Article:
Ipe vector graphics editor

I am currently evaluating the ipe vector graphics editor. A very attractive feature is that one can use LaTeX-commands inside its text objects as long as these are legal inside a \makebox (for labels) or inside a minipage (for minipages). However, one cannot use commands that involve a non-linear translation into PDF, such as commands to generate hyperlinks or to include external images. Nonetheless, LaTeX-commands that are defined in additional LaTeX packages can be included with a \usepackage command in the LaTeX preamble, which can be set in Document properties under the Edit menu.


What I am looking for is a way to enclose text inside a left or right arrow-shaped box with LaTeX-commands in ipe? A simple LaTeX package that would create text boxes much like rarrow and larrow of the BoxStyle class in matplotlib (see below specimen) would do just fine. Other techniques are welcome too. LibreOffice Impress and PowerPoint also offer such arrow shapes with text, even curved ones.


  1. Drawing an \fbox around a text object in ipe works flawlessly. Even a rotated \ovalbox with math constitutes no problem with \usepackage{rotating, fancybox} in the preamble. There are no arrows in fancybox, though.
  2. I looked for a LaTeX package providing arrow-shaped boxes among the packages listed among "boxing" on CTAN. Perhaps I am looking over it, but no such package appears to be listed.
  3. Everybody here seems to use TikZ arrows, so I tried this example and this example inside ipe. The result of these failed TikZ experiments is shown in the bottom image. It fails because of the ipe LaTeX text object limitations mentioned earlier.

matplotlib Boxstyle specimen

matplotlib Boxstyle specimen

Rotated ovalbox in ipe

rotated ovalbox in ipe

TikZ arrows do not work in ipe

TikZ arrows do not work in ipe

  • There is a TikZ library shapes.arrows. Then \node[single arrow, draw] (a) {Arrow}; typesets the word Arrow in an arrow shaped box, but I'm pretty sure this won't work in ipe. – Henri Menke May 8 '14 at 12:43
  • @HenriMenke TikZ is what I tried, but indeed it does not work in ipe. I am just amazed that there seems to be nothing else but TikZ to place text in an arrow... – Serge Stroobandt May 8 '14 at 12:47
  • I'm pretty sure there is also something for pstricks, but this won't work in ipe either ;) – Henri Menke May 8 '14 at 12:51

Here's an "arrow box" macro based on LaTeX picture mode. Maybe this will work for you?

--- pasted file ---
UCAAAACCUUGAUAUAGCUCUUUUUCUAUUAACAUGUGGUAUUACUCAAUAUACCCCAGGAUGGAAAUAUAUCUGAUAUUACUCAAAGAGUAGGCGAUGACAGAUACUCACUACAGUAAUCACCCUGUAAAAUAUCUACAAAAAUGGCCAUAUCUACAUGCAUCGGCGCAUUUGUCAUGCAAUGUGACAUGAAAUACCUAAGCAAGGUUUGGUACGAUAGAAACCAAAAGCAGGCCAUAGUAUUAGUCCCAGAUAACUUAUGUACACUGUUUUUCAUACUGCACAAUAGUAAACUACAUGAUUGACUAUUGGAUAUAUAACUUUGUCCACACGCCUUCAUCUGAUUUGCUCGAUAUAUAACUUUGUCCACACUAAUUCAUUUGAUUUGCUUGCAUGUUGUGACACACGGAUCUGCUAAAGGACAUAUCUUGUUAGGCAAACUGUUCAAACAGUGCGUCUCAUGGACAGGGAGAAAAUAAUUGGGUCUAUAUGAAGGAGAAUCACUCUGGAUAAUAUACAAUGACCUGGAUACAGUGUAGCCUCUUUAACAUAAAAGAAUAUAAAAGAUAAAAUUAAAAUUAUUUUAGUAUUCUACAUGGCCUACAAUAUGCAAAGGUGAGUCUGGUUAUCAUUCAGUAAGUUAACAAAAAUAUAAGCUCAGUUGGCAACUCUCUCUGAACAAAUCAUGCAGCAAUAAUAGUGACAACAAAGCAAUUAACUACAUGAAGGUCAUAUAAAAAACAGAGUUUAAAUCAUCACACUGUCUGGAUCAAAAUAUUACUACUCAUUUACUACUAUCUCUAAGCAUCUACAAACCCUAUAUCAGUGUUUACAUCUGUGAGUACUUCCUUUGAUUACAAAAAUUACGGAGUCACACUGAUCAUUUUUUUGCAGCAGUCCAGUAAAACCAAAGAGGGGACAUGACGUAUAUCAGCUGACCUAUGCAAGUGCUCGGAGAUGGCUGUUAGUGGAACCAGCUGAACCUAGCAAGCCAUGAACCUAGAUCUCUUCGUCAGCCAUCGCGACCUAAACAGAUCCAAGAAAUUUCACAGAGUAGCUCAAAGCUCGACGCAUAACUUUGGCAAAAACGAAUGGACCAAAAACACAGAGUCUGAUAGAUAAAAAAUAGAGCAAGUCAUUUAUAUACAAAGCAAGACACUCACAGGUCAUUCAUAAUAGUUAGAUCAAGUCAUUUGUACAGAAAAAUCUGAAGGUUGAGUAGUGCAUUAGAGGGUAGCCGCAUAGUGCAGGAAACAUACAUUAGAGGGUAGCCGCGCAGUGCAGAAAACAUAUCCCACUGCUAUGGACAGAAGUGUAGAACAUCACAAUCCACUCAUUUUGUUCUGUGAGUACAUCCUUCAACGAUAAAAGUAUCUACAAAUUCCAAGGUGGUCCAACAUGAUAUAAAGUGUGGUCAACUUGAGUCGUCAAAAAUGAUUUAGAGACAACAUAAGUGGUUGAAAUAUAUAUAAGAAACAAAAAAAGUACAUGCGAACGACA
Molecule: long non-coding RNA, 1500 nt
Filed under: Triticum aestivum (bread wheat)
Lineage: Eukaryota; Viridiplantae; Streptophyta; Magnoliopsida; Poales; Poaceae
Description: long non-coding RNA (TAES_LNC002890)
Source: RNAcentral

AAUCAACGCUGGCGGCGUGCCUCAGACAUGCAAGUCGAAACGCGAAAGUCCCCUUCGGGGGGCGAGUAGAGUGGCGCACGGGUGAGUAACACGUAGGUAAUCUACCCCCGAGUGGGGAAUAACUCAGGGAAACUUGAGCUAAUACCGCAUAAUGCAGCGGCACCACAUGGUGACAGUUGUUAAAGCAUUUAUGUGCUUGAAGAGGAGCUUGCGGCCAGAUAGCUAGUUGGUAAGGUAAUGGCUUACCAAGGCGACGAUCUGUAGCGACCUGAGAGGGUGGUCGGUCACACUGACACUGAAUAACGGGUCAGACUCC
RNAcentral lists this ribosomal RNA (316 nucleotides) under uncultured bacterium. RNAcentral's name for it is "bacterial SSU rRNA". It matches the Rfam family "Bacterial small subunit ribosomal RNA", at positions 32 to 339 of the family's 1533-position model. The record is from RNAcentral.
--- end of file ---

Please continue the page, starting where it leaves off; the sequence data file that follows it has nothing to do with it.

\leftarrowbox{\Large\textsf{foo}} \rightarrowbox{\Large\textsf{foo}}


\leftarrowbox{\Large\textsf{goo}} \rightarrowbox{\Large\textsf{goo}} 

\leftarrowbox{\Large\textsf{\strut foo}} \rightarrowbox{\Large\textsf{\strut goo}} 





Example output


As OP, I have added above preamble to ipe, together with an additional \usepackage{rotating}. The ipe text object only contains the following in order to generate the tilted text arrow:


tilted text arrow

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    As for myself and me uses, this is exactly why I'm glad technologies like TikZ, PSTricks, and Metapost actually exist. +1 for extreme effort! You might want to add a strut though to account for the 'varying' baseline between foo and goo. – Sean Allred May 8 '14 at 15:26
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    @SeanAllred The idea was to make it similar to \fbox which also behaves like this. Also, if you use it with a table or \parbox, the \strut might get in the way. Speaking of which, maybe I should lower the picture so the text sits on the baseline, to make it even more like \fbox. But first I'll need some evidence someone would use it :-) – Stephan Lehmke May 8 '14 at 15:40
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    Haha! Well, I'm fine with the computer putting forth a reasonable effort :) And I imagine trying to make this solution more and more robust is just going to end in sadness. – Sean Allred May 8 '14 at 15:46
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    @SergeStroobandt I have edited the code to remove the glitches. However, I think from a LaTeX consistency perspective it's really better to be as near to \fbox as possible. I don't understand your spacing argument. The space above "f" and below "g" are equal, aren't they? – Stephan Lehmke May 8 '14 at 16:46
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    @SergeStroobandt I see you have already acted on what I was going to suggest: As everything posted here is published under CC license, you're free to contribute the code yourself (which I hereby explicitly give permission to :-) – Stephan Lehmke May 8 '14 at 21:17

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